Engineering has been an essential collaborator in biological research and breakthroughs in biology are often enabled by technological advances. Decoding the double helix structure of DNA, for example, only became possible after significant advances in such technologies as X-ray diffraction and gel electrophoresis. Diagnosis and treatment of tuberculosis improved as new technologies―including the stethoscope, the microscope, and the X-ray―developed. These engineering breakthroughs take place away from the biology lab, and many years may elapse before the technology becomes available to biologists. In this book, David Lee argues for concurrent engineering―the convergence of engineering and biological research―as a means to accelerate the pace of biological discovery and its application to diagnosis and treatment. He presents extensive case studies and introduces a metric to measure the time between technological development and biological discovery.
Investigating a series of major biological discoveries that range from pasteurization to electron microscopy, Lee finds that it took an average of forty years for the necessary technology to become available for laboratory use. Lee calls for new approaches to research and funding to encourage a tighter, more collaborative coupling of engineering and biology. Only then, he argues, will we see the rapid advances in the life sciences that are critically needed for life-saving diagnosis and treatment.
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Addressing the exploding interest in bioengineering for healthcare applications, this book provides readers with detailed yet easy-to-understand guidance on biomedical device engineering. Written by prominent physicians and engineers, Medical Devices: Surgical and Image-Guided Technologies is organized into stand-alone chapters covering devices and systems in diagnostic, surgical, and implant procedures.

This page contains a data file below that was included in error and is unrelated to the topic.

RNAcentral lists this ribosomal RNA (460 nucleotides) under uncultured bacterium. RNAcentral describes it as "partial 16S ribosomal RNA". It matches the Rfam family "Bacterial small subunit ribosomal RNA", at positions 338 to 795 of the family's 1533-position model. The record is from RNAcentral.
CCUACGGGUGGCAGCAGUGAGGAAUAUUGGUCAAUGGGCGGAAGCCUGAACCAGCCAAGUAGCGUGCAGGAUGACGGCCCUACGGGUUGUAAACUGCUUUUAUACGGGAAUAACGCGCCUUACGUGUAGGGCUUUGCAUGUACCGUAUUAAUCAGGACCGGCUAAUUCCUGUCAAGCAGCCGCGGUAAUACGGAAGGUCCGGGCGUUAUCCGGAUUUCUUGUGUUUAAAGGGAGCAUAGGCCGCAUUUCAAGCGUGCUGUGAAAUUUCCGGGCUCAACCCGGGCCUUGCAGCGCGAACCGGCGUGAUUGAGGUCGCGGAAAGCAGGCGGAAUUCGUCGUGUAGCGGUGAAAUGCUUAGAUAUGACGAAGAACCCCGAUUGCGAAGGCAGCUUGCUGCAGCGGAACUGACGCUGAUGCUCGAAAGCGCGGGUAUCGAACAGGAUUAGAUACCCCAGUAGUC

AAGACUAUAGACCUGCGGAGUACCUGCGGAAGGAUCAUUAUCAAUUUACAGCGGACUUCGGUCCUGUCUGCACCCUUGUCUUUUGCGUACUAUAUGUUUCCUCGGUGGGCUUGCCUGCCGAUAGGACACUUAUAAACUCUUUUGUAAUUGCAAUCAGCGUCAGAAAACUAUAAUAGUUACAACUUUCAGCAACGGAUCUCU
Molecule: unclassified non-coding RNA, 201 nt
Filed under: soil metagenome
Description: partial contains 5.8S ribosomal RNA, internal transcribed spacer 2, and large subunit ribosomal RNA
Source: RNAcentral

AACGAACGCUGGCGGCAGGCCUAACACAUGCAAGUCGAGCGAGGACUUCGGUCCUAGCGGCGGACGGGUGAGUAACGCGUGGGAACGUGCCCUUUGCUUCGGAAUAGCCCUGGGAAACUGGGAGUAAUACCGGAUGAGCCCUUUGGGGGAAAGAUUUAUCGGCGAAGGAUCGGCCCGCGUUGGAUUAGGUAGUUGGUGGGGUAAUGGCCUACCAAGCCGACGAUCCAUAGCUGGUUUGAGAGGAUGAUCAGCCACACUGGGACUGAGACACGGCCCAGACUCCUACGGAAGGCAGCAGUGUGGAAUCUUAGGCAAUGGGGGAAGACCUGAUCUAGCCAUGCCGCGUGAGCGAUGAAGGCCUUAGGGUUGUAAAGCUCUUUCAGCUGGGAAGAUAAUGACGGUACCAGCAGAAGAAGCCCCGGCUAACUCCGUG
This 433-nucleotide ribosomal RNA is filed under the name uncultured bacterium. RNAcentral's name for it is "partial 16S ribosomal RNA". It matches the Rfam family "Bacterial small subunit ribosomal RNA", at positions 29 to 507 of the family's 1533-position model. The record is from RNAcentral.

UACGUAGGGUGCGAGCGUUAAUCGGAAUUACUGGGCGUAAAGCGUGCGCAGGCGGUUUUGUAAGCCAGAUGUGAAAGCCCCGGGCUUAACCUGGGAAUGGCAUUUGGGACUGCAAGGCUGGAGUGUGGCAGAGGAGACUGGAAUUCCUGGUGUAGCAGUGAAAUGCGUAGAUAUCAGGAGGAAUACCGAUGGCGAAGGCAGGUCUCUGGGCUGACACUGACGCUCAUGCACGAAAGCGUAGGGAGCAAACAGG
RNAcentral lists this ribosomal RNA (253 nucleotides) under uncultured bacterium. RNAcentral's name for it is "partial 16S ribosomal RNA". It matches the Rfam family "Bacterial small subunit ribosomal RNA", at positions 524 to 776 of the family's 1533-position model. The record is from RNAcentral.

Assuming only basic background in math and science, the authors clearly explain the fundamentals for different systems along with such topics as engineering considerations, therapeutic techniques and applications, future trends, and more. After describing how to manage a design project for medical devices, the book examines the following:
• Instruments for laparoscopic and ophthalmic surgery, plus surgical robotics
• Catheters in vascular therapy and energy-based hemostatic surgical devices
• Tissue ablation systems and the varied uses of lasers in medicine
• Vascular and cardiovascular devices, plus circulatory support devices
• Ultrasound transducers, X-ray imaging, and neuronavigation
An absolute must for biomedical engineers, Medical Devices: Surgical and Image-Guided Technologies is also an invaluable guide for students in all engineering majors and pre-med programs interested in exploring this fascinating field.
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Examination of the teeth and their supporting structures is today unthinkable without the use of radiological methods. This book provides numerous problem-solving tips covering the basics of obtaining X-rays of the teeth, quality control, image processing, radiological anatomy, and radiological diagnosis. Quick access to information, easy learning, and efficient acquisition of knowledge make this book a very practical tool for day-to-day work. Didactic concept: The classic Thieme Flexi format, with concise text on the left and excellent illustrations on the right hand page of more than 150 double page spreads. Emphasis is placed on: – examination techniques, radiation safety, quality control – conventional and digital imaging modalities – radiological anatomy, solving problems of localization – adjunct examinations with CT, MR imaging, and others.
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